Shanghai rebar steel futures climbed more than 1 percent on Friday to trade near a two-month high, extending recent gains on expectations of tighter supply and a demand pick-up as China boosts infrastructure spending.
The price of the construction steel product posted its best weekly gain in five, with the rally also pushing up Chinese iron ore futures this week to the highest since their launch in October 2013.
The most-active rebar on the Shanghai Futures Exchange closed up 1.5 percent at 3,473 yuan ($506) a tonne. The contract rose 5.5 percent this week after hitting 3,509 yuan on Thursday, its strongest since Dec. 12.
On the Dalian Commodity Exchange, the most-traded iron ore rose 0.4 percent to 702 yuan per tonne. The steelmaking raw material touched a record high of 721 yuan on Thursday and gained 4.7 percent this week.
Traders are building stocks of steel products on expectations of reduced supply after the Chinese government, in efforts to control smog, told mills in the Beijing-Tangshan-Hebei region to limit their utilisation capacity to 50 percent if air quality deteriorates, said Richard Lu, analyst at CRU consultancy in Beijing.
If half of steel production in the region is capped for 20 days, the decline in production could be 5.8 million tonnes, analysts at Morgan Stanley said in a note on Tuesday.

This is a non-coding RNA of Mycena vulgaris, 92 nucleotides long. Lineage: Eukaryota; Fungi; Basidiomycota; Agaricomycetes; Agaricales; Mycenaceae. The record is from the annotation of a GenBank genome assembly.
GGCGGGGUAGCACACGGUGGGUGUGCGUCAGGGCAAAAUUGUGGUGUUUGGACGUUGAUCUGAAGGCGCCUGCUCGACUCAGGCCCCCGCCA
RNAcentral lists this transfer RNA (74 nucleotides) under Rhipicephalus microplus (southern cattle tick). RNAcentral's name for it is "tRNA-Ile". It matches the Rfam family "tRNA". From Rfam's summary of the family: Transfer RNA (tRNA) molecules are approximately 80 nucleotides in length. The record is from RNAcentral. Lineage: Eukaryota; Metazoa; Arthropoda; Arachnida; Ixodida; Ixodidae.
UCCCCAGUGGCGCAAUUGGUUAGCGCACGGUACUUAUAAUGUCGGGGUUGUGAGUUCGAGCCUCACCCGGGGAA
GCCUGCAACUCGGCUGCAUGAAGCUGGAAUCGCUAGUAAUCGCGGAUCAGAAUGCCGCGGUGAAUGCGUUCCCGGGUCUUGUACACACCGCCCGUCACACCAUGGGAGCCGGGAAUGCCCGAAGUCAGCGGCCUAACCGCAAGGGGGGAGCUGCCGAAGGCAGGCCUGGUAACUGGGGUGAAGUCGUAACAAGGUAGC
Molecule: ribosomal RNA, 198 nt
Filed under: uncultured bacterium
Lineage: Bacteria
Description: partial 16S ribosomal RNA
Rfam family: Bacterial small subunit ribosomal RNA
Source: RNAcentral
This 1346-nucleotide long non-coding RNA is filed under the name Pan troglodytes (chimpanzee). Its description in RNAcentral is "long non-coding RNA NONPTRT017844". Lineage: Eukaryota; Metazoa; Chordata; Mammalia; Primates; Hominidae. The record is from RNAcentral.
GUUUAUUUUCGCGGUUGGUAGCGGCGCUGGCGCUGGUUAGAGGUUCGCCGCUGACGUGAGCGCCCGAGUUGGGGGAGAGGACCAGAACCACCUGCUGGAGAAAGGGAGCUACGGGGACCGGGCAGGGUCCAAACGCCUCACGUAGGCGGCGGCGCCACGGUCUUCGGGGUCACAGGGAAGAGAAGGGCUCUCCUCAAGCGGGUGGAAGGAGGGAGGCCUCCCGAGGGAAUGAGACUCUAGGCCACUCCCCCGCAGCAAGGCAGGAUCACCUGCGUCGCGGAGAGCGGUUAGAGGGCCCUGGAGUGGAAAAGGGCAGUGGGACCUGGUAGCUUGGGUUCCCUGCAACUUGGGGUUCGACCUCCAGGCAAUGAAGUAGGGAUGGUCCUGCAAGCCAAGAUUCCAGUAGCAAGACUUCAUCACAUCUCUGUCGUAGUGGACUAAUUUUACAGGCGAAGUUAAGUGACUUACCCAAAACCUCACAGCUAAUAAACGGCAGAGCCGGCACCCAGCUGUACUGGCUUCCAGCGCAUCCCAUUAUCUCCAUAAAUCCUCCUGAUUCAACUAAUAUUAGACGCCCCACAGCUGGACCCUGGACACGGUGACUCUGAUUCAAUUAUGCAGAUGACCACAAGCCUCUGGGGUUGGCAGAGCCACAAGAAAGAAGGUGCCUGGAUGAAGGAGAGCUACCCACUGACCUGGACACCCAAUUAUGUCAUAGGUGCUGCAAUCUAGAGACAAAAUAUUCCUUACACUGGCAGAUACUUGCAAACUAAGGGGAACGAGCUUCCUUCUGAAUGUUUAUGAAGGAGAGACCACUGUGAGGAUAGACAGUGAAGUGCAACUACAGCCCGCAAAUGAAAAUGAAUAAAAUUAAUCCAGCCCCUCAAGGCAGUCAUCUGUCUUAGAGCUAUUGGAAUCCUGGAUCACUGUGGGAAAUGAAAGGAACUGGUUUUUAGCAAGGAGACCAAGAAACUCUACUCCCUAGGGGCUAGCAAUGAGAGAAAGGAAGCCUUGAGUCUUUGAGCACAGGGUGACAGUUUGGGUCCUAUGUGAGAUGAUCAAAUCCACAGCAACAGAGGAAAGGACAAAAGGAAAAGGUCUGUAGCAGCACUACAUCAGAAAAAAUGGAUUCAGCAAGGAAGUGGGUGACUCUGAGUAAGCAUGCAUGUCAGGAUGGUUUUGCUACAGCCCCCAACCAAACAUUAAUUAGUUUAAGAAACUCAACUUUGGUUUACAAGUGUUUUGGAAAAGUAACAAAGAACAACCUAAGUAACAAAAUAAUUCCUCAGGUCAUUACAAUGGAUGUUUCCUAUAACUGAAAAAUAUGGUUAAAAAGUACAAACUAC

"People have very strong expectations on infrastructure demand. They think the Chinese government will boost infrastructure investment to support economic growth this year," said Lu.
Inventory of rebar in major Chinese cities stood at 8.2261 million tonnes as of Feb. 10, the most since April 2014, according to data tracked by SteelHome SH-TOT-RBARINV.
"If demand doesn't pick up as expected, there might be a lot of surplus steel in the market and prices might fall," said Lu.Iron ore for delivery to China's Qingdao port .IO62-CNO=MB fell 1.1 percent to $90.06 a tonne on Thursday, according to Metal Bulletin.
The spot benchmark has declined since touching a 30-month peak of $92.23 on Monday, but was still up 4 percent so far this week.